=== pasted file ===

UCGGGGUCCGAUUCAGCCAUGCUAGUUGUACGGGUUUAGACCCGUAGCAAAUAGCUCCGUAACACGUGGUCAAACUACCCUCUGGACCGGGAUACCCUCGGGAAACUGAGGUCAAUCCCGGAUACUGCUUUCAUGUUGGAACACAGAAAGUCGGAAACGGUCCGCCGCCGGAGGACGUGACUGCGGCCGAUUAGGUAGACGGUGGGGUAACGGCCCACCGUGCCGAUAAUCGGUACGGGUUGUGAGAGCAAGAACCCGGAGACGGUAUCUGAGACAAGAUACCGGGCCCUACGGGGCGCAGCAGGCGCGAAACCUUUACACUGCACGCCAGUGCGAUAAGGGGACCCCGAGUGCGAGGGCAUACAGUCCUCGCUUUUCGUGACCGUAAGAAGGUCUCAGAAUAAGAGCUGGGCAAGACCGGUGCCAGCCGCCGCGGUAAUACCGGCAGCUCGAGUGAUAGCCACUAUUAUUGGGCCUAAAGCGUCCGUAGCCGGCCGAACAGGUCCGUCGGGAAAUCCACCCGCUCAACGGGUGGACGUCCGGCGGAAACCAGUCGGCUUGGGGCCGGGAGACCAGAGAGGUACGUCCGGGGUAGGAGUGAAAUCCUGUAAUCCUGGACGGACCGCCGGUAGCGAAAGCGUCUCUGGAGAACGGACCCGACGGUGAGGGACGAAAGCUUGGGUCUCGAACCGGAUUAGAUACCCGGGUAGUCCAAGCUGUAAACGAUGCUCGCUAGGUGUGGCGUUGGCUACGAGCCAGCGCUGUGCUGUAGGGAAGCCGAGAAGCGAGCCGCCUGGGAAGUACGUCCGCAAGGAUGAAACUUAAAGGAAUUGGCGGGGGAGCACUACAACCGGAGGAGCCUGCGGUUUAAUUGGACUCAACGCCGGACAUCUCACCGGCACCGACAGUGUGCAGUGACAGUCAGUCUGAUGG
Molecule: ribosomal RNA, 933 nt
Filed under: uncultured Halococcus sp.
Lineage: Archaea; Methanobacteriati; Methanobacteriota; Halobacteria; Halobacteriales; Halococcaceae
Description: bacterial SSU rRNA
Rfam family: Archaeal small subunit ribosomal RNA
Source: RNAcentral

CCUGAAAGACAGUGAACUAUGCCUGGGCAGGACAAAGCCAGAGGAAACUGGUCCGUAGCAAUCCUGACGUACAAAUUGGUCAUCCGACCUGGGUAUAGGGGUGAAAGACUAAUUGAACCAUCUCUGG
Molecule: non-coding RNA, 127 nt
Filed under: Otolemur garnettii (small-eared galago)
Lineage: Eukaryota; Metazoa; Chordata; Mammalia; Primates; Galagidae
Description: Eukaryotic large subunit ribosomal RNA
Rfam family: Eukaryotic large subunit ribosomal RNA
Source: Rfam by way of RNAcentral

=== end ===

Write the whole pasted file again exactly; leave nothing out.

UCGGGGUCCGAUUCAGCCAUGCUAGUUGUACGGGUUUAGACCCGUAGCAAAUAGCUCCGUAACACGUGGUCAAACUACCCUCUGGACCGGGAUACCCUCGGGAAACUGAGGUCAAUCCCGGAUACUGCUUUCAUGUUGGAACACAGAAAGUCGGAAACGGUCCGCCGCCGGAGGACGUGACUGCGGCCGAUUAGGUAGACGGUGGGGUAACGGCCCACCGUGCCGAUAAUCGGUACGGGUUGUGAGAGCAAGAACCCGGAGACGGUAUCUGAGACAAGAUACCGGGCCCUACGGGGCGCAGCAGGCGCGAAACCUUUACACUGCACGCCAGUGCGAUAAGGGGACCCCGAGUGCGAGGGCAUACAGUCCUCGCUUUUCGUGACCGUAAGAAGGUCUCAGAAUAAGAGCUGGGCAAGACCGGUGCCAGCCGCCGCGGUAAUACCGGCAGCUCGAGUGAUAGCCACUAUUAUUGGGCCUAAAGCGUCCGUAGCCGGCCGAACAGGUCCGUCGGGAAAUCCACCCGCUCAACGGGUGGACGUCCGGCGGAAACCAGUCGGCUUGGGGCCGGGAGACCAGAGAGGUACGUCCGGGGUAGGAGUGAAAUCCUGUAAUCCUGGACGGACCGCCGGUAGCGAAAGCGUCUCUGGAGAACGGACCCGACGGUGAGGGACGAAAGCUUGGGUCUCGAACCGGAUUAGAUACCCGGGUAGUCCAAGCUGUAAACGAUGCUCGCUAGGUGUGGCGUUGGCUACGAGCCAGCGCUGUGCUGUAGGGAAGCCGAGAAGCGAGCCGCCUGGGAAGUACGUCCGCAAGGAUGAAACUUAAAGGAAUUGGCGGGGGAGCACUACAACCGGAGGAGCCUGCGGUUUAAUUGGACUCAACGCCGGACAUCUCACCGGCACCGACAGUGUGCAGUGACAGUCAGUCUGAUGG
Molecule: ribosomal RNA, 933 nt
Filed under: uncultured Halococcus sp.
Lineage: Archaea; Methanobacteriati; Methanobacteriota; Halobacteria; Halobacteriales; Halococcaceae
Description: bacterial SSU rRNA
Rfam family: Archaeal small subunit ribosomal RNA
Source: RNAcentral

CCUGAAAGACAGUGAACUAUGCCUGGGCAGGACAAAGCCAGAGGAAACUGGUCCGUAGCAAUCCUGACGUACAAAUUGGUCAUCCGACCUGGGUAUAGGGGUGAAAGACUAAUUGAACCAUCUCUGG
Molecule: non-coding RNA, 127 nt
Filed under: Otolemur garnettii (small-eared galago)
Lineage: Eukaryota; Metazoa; Chordata; Mammalia; Primates; Galagidae
Description: Eukaryotic large subunit ribosomal RNA
Rfam family: Eukaryotic large subunit ribosomal RNA
Source: Rfam by way of RNAcentral